Friday, July 1, 2011
Rock (Death?) Cults
Among the many strange features of the rock music business, the phenomenon of the “cult” musician and performer is one that comes up frequently. There is a whole infrastructure to the creation and maintenance of the cult artist that won’t come up when we discuss Journey or Foreigner. Rock cults come in all shapes and sizes, but for practical purposes I’ll divide them into three sizes: large (prototypical large cults would include Syd Barrett, Big Star, the Velvets, Elvis Costello, Nick Drake, Van Morrison, Morrissey/Smiths, Patti Smith, Leonard Cohen), middle cults (Robyn Hitchcock, Flaming Lips, Richard Thompson, Television, Nick Cave, Henry Rollins/Black Flag, the Replacements), and smallish cults (Love, Skip Spence, the Chocolate Watch Band, Fugazi). The next question is what distinguishes each level structurally: major cult artists verge on being household names; have generally a handful of songs that receive radio airplay somehow, somewhere; but they fill small theaters rather then arenas, and (during the days when albums sold seriously) individual albums would seldom sell in the millions. But Syd Barrett, Big Star, and Nick Drake don’t particularly fit under this rubric; if I classify them as major cult artists, it is because there is a particular ferocity around their cult status; their albums are highly rated (counting, for Syd, Piper at the Gates of Dawn) and often reach high points in opinion polls, and for aficionados they are manna from heaven. All three are “classic” cult artists, who have been around long enough to consolidate their position; even if the cult around Morrissey is even more ferocious, and he does get on the radio and sell out theaters to boot. Morrissey stands out as Mr. Cult.
The middle level is tricky to define. These artists are warmly received by critics without necessarily being included in Best-Of polls (although Marquee Moon sometimes makes it in). Middle cult artists generally have a tough time getting on the radio (though the Flaming Lips made it a few times in the 90s), and they may sometimes be able to fill theaters, but usually a theater like TLA in Philly rather than the Tower. In other words, a venue that hovers between seeming like a club and having theater magnitude; every city’s got one. In New York, it’s the Bowery Ballroom. Middle cults may or may not have a quality of ferocity around them; I, personally, have never met a ferocious Television fan, but devotees of the Flaming Lips can sometimes surround them with an aura of religiosity. But the standard signature of the middle cult artist is that they do get followed in rock magazines as if they matter. They’re integrated into the media fabric. When you hit the smallish cults, this fades, even though a small cult band like Fugazi does have a rabid cult following. A band like Love was considered classic for at least a decade and a half after they disbanded, particularly for their magnum opus “Forever Changes.” But Arthur Lee and Love don’t inspire the devotion that artists in the other tiers do. The same can be said of Skip Spence and Moby Grape. It may seem curious that I place Fugazi in the small cult category. The way I reason it, since Fugazi receives little to no mainstream media exposure, and because the fans devoted to Fugazi are often more invested in their ethos and the D.C. punk scene than they are in Fugazi’s music, I’d have a hard time placing them in the middle with a band like the Replacements, who have a solid following specifically for Paul Westerberg’s songs.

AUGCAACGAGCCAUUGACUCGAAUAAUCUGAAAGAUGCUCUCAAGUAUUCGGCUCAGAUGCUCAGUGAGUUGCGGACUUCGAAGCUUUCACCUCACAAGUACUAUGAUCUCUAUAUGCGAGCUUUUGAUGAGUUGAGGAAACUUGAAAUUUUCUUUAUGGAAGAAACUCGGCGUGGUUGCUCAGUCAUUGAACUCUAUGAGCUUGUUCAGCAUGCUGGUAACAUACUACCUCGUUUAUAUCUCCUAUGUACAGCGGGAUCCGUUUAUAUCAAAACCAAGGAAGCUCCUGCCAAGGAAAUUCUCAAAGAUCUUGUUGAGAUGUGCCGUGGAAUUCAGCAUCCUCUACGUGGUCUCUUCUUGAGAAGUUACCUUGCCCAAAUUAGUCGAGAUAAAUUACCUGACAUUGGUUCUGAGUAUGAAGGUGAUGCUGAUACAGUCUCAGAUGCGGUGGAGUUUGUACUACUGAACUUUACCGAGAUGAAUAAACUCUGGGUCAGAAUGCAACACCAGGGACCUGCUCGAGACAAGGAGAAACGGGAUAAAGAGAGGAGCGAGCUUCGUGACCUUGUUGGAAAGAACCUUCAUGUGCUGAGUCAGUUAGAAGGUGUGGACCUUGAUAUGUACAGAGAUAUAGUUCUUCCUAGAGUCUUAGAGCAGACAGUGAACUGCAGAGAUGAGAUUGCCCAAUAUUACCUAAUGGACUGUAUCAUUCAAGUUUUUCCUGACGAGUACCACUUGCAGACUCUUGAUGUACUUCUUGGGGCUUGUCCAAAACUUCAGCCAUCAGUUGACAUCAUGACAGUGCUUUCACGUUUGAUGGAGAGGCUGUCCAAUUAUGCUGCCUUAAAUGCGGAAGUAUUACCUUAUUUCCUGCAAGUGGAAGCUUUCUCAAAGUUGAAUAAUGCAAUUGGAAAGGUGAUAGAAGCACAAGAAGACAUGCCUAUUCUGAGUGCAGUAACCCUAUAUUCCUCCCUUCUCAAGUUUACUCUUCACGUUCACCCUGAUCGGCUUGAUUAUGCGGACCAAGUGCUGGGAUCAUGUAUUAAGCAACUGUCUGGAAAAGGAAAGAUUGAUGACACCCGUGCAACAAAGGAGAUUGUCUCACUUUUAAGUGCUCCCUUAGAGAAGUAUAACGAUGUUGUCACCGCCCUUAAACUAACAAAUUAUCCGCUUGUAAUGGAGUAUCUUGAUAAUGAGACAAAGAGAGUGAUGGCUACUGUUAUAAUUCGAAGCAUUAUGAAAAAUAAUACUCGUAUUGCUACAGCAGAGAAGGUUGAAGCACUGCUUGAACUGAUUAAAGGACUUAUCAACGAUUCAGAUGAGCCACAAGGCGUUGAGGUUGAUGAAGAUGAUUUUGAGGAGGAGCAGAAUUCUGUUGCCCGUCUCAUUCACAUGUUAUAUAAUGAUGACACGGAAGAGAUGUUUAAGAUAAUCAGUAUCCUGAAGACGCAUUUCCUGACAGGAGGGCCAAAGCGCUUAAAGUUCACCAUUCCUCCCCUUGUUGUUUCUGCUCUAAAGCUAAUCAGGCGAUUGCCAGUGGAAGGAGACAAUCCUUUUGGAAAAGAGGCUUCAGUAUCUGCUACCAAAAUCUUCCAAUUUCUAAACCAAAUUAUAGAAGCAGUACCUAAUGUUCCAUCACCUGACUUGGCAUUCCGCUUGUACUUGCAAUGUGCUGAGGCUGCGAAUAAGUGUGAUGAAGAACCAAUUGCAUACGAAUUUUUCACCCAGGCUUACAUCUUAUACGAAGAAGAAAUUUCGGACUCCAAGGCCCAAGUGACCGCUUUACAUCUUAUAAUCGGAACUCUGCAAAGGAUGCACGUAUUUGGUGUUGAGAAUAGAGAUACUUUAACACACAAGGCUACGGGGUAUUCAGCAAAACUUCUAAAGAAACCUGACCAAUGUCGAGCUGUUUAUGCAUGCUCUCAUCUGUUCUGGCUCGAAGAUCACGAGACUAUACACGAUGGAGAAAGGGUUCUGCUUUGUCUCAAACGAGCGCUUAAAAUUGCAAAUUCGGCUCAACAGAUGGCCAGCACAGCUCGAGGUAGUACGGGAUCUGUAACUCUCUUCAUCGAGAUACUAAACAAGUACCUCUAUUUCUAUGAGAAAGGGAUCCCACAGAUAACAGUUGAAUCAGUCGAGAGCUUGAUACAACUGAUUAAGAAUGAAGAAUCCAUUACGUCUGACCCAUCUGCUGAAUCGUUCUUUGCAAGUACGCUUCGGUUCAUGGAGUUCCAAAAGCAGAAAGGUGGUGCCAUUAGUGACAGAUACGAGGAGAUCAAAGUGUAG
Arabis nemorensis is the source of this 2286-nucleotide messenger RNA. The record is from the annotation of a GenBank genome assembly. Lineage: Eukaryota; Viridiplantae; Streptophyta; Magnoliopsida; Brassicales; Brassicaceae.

The torment of being a major cult artist is that you’re famous enough to make magazine covers without being commercial enough to seriously, materially compete with the likes of Bruce Springsteen, Paul McCartney, or even Britney Spears and Mariah Carey. The consolation has to be that what is being produced is of a higher quality than what more commercial artists produce. And I would opine that this is usually the case. But for someone like Elvis Costello or Van Morrison, the situation might be particularly torturous, because they gets talked of in high enough terms over long enough periods of time so that the cult label could be called inappropriate. They’re well-integrated, even more than Morrissey, into the rock master narrative, but without having reaped too many material benefits from it. If Morrissey, along with Costello and Morrissey, makes a solid living, it’s because he has an iron-handed grip on a reliable fan-base, who will always pay money to see and hear him. And where auras of religiosity are concerned, the Morrissey phenomenon takes things to such a ridiculous extreme that it does almost seem like a death cult. It depends how you define “death.”